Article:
The Kindle and the Nook have enough appeal with a BROAD audience for that stategy to work. There are simply not enough D&D players for this to be a feasible and profitable path to take.

The more likely profitable path would be to provide digital tools on the various mobile platforms available, as well as through the web.

Fantasy Flight Games has had some success in this style of distribution with Arkham Horror and Elder Sign and a few other of their games. That's the right direction, because there simply isn't a large enough audience.
The Kindle and the Nook have enough appeal with a BROAD audience for that stategy to work. There are simply not enough D&D players for this to be a feasible and profitable path to take.

The more likely profitable path would be to provide digital tools on the various mobile platforms available, as well as through the web.

Fantasy Flight Games has had some success in this style of distribution with Arkham Horror and Elder Sign and a few other of their games. That's the right direction, because there simply isn't a large enough audience.

How many D&D players do you think there needs to be to turn a significant profit?  Saying there isn't enough players is really just a theory, nothing concrete.  You don't know how many players there are that would purchase it, nor how many would be drawn to D&D because of the device.

You really have no way to validate your claims, unfortunately.  Neither do I, but I don't have to.  I'm just providing a damn cool idea that I think would work.  You think it won't.  Great.  Next opinion.

Celebrate our differences.

There's no need for WotC to design hardware (that would be a phenomenally difficult and expensive task, and competing with Kindle, iPad, Nook, the various Android tablets, etc. would be a very high risk strategy). All the functionality you describe could be provided by apps for existing tablets, and there'd be no need for people to buy additional hardware. I wrote a post a couple of days ago suggesting some app ideas - you can find it here.
There's no need for WotC to design hardware (that would be a phenomenally difficult and expensive task, and competing with Kindle, iPad, Nook, the various Android tablets, etc. would be a very high risk strategy). All the functionality you describe could be provided by apps for existing tablets, and there'd be no need for people to buy additional hardware. I wrote a post a couple of days ago suggesting some app ideas - you can find it here.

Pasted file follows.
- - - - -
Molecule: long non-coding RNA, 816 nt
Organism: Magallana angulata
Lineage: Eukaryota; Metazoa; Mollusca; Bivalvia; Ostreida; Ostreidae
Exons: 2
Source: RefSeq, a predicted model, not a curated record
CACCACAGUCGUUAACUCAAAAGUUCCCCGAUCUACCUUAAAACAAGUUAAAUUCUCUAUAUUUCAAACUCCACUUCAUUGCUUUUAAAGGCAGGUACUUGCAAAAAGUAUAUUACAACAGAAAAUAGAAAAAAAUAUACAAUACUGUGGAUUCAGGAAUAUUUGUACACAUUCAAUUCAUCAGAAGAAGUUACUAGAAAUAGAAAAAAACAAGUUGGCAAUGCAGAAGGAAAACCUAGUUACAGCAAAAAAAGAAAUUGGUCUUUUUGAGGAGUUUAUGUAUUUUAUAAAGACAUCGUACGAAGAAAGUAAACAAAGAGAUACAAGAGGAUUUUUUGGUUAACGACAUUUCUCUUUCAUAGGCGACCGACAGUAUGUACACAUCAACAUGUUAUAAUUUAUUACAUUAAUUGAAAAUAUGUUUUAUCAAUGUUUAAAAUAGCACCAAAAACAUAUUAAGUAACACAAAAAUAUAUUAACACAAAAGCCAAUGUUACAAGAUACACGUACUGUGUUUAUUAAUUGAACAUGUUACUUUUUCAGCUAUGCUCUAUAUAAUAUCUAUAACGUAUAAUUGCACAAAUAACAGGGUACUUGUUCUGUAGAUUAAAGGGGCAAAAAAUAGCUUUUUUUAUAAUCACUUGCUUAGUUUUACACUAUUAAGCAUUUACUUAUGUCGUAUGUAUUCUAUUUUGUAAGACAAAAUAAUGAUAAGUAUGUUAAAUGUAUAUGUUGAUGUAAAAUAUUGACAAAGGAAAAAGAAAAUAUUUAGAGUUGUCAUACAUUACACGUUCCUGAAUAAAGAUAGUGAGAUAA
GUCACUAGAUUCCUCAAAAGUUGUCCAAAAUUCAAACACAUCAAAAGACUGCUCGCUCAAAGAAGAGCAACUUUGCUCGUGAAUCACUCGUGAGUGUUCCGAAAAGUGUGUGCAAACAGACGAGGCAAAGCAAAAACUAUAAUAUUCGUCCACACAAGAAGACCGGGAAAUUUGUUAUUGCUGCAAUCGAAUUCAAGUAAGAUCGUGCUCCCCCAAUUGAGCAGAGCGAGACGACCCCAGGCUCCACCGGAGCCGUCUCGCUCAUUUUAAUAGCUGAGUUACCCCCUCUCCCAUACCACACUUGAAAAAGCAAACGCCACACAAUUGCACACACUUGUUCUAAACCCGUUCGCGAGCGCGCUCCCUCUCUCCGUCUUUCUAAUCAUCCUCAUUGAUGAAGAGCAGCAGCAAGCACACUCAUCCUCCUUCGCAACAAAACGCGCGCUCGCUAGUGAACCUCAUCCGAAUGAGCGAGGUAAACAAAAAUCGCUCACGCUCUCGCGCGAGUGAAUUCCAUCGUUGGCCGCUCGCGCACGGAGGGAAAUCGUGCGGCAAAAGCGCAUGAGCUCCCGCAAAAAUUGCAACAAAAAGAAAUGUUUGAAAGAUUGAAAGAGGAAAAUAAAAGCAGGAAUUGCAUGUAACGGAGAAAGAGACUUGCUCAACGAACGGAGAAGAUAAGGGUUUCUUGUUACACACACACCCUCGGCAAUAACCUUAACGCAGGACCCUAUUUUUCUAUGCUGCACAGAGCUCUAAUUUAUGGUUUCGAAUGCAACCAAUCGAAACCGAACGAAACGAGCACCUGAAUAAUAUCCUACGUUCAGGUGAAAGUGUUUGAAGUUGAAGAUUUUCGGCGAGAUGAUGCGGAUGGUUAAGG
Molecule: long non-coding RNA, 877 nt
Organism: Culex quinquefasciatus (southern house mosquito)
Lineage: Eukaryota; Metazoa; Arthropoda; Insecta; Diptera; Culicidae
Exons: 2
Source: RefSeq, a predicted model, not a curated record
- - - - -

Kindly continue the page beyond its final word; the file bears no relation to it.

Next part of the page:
Apps would be cool, but there is just not enough exposure with just apps.  A D&D tablet would provide that.  It's a portable face to the game. 

Celebrate our differences.

There's no need for WotC to design hardware (that would be a phenomenally difficult and expensive task, and competing with Kindle, iPad, Nook, the various Android tablets, etc. would be a very high risk strategy). All the functionality you describe could be provided by apps for existing tablets, and there'd be no need for people to buy additional hardware. I wrote a post a couple of days ago suggesting some app ideas - you can find it here.

Apps would be cool, but there is just not enough exposure with just apps.  A D&D tablet would provide that.  It's a portable face to the game. 



That won't make any money.

I promise you, if whoever's in charge at WotC had this come up as an idea, it would get shot down, and it would be shot down fast.

It's basic economics. If this table t was FAR under $200, than maybe. I'd say it would have to be less than $50 and come with a book for free on it, then maybe, but not likely.

It really is not economically feasible for WotC to go in on developing a tablet that's only purpose is D&D. Apps get as much exposue as their developers give them. If the D&D homepage always has something up about the app, and it's mentioned on the tools page as well, D&D players, at least, will find out about it. You don't care much of Joe Blow who doesn't and won't RPG knows about it.

That won't make any money.

I promise you, if whoever's in charge at WotC had this come up as an idea, it would get shot down, and it would be shot down fast.

It's basic economics. If this table t was FAR under $200, than maybe. I'd say it would have to be less than $50 and come with a book for free on it, then maybe, but not likely.